The historic books represent the largest single collection of objects at Longfellow National Historic Site. They number approximately 12,000 volumes dating from the fifteenth to twentieth century, and consist of the combined libraries of Henry Wadsworth Longfellow, Fanny Appleton Longfellow, their five children, grandson Henry Wadsworth Longfellow Dana, and fifty volumes once owned by the American artist Washington Allston.
The collection illustrates Longfellow's international academic interests, and includes leisure reading and presentation copies from admiring authors and friends as well as family books. Of note are the books in many languages, including Danish, Finnish, French, German, Italian, Japanese, Portugese, Russian, Swedish, Welsh, and others.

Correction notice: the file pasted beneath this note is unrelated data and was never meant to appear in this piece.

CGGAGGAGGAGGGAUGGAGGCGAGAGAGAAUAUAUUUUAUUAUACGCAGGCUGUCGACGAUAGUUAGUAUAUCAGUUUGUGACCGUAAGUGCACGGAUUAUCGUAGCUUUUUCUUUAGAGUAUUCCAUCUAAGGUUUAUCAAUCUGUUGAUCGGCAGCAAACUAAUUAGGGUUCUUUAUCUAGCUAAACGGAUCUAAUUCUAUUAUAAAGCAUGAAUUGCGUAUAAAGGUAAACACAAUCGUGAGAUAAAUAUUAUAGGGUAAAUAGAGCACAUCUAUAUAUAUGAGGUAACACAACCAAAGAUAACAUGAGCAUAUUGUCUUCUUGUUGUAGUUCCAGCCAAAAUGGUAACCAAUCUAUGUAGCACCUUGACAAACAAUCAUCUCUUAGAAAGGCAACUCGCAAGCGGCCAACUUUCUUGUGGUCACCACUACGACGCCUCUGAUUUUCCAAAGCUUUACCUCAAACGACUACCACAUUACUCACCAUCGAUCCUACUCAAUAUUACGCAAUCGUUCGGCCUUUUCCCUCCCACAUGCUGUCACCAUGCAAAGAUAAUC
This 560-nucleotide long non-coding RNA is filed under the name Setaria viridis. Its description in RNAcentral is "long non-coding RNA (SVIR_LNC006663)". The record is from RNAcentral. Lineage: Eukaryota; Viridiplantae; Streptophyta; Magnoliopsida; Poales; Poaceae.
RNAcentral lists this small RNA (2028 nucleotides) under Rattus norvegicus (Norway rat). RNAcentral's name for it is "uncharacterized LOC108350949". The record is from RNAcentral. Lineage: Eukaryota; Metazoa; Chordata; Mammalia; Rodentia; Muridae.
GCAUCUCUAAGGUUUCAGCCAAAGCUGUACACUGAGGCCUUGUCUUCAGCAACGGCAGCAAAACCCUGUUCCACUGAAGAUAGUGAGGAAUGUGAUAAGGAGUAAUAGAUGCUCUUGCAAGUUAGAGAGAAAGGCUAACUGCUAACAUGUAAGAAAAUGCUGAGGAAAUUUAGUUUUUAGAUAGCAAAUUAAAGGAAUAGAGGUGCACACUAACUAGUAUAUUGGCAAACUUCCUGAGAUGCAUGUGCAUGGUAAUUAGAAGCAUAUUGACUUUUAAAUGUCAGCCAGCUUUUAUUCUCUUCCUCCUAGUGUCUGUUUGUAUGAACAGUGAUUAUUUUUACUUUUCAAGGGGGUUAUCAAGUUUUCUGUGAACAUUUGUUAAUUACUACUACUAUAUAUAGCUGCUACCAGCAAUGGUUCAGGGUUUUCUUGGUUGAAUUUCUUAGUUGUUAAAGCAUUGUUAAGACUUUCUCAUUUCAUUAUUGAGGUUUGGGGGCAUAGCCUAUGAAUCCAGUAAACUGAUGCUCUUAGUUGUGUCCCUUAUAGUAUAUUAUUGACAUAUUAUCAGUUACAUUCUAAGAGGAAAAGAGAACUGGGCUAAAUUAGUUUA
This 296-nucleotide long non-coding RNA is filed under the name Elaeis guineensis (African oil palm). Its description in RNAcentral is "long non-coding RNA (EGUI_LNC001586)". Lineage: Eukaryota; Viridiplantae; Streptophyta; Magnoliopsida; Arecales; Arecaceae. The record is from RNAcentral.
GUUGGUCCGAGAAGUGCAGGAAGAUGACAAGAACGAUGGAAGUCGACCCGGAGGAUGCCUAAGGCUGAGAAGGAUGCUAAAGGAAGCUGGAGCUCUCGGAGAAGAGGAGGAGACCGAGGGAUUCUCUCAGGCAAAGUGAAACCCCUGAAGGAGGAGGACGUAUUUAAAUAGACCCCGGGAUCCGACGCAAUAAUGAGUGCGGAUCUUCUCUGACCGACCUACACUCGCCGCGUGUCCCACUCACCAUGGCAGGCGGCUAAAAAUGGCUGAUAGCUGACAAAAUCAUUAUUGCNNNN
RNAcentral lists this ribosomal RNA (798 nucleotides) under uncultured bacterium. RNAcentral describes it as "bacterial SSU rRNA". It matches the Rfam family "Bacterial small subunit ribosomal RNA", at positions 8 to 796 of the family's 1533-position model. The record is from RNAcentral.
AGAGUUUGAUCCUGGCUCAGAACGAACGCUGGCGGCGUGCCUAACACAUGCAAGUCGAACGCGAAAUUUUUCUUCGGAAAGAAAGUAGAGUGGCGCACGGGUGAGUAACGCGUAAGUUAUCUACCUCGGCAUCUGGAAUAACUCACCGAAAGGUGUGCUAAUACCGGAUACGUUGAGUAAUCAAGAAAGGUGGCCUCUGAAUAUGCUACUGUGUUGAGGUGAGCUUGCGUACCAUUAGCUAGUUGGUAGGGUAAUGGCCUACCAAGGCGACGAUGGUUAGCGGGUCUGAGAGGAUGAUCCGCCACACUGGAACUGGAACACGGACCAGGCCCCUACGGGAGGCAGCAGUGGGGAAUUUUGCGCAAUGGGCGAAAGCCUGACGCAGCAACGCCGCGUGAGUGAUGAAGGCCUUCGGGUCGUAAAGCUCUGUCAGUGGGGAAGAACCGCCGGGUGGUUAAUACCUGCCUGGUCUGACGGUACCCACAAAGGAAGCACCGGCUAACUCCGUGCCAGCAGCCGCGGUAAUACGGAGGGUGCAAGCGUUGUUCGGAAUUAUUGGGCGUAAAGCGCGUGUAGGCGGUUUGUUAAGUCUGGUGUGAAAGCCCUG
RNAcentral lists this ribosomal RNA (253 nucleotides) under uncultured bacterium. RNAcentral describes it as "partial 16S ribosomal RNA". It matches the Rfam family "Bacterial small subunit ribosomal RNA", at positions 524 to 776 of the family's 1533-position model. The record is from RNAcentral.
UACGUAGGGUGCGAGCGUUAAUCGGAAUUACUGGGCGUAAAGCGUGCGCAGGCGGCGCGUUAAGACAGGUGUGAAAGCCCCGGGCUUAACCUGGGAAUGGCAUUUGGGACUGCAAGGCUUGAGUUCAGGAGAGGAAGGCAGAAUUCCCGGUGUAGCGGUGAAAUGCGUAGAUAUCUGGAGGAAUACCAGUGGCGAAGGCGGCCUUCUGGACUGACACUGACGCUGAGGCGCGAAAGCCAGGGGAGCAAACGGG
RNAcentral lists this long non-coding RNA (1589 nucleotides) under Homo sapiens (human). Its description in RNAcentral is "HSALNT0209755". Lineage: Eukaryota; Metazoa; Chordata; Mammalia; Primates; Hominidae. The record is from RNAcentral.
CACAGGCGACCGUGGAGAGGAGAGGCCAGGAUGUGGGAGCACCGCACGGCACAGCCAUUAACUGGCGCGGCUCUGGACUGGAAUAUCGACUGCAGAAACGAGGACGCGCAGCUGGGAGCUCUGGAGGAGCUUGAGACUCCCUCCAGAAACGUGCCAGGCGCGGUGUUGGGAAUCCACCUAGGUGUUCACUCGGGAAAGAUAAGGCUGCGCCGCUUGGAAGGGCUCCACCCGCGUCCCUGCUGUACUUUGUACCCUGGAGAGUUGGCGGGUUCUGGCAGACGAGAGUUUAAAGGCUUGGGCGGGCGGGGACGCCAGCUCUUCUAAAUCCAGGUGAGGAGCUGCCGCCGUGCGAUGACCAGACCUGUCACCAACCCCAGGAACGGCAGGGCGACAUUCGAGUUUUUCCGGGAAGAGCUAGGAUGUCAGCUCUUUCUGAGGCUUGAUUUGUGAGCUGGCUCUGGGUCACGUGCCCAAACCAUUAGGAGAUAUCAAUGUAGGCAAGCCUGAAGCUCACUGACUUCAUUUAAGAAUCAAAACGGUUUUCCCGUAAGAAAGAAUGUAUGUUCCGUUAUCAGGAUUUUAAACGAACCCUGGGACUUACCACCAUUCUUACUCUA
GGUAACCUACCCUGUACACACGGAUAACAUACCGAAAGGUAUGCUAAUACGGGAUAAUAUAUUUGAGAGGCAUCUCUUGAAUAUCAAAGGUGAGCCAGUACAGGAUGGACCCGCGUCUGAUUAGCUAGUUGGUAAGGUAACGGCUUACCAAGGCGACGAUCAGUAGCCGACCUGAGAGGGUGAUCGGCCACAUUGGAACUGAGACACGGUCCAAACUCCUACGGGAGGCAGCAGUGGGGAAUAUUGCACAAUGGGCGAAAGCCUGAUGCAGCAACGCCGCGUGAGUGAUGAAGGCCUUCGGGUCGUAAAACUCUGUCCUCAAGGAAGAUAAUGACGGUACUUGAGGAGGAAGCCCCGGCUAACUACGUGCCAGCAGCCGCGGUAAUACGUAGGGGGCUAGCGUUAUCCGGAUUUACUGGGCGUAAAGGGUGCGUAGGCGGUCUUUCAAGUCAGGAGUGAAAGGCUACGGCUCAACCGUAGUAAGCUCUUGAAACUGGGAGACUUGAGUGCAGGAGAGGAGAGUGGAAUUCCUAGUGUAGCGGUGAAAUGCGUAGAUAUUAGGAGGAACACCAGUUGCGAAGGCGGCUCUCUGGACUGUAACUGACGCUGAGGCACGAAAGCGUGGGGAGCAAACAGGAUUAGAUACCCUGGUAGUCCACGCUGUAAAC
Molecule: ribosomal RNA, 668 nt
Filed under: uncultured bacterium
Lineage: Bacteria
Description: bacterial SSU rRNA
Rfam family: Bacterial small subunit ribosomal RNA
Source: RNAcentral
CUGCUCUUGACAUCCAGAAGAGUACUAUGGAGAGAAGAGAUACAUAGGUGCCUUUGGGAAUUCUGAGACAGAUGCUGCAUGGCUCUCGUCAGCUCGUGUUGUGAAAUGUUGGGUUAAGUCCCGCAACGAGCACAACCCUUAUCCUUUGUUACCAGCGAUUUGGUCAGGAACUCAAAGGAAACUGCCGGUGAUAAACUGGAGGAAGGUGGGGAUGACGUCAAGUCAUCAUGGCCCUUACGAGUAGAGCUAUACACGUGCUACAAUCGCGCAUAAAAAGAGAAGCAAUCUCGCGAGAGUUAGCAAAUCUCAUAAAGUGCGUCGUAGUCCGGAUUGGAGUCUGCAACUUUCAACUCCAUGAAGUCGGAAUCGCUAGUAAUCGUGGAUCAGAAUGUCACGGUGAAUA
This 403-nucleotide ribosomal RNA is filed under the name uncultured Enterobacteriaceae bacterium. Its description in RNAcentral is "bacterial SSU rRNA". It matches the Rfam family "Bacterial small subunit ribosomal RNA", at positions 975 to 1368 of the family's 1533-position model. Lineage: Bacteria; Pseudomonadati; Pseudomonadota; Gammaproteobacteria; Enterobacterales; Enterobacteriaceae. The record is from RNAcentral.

Subjects covered by books in the collection include foreign language dictionaries, novels, collections of poetry and folktales, drama, ancient culture, mythology, biographies, and published letters and histories.
Significant volumes include:
*Folios printed by Giambattista
Did You Know?
Charles Sumner, the orator and senator from Massachusetts, was one of Henry Longfellow's best friends and a frequent visitor to the house on Brattle Street.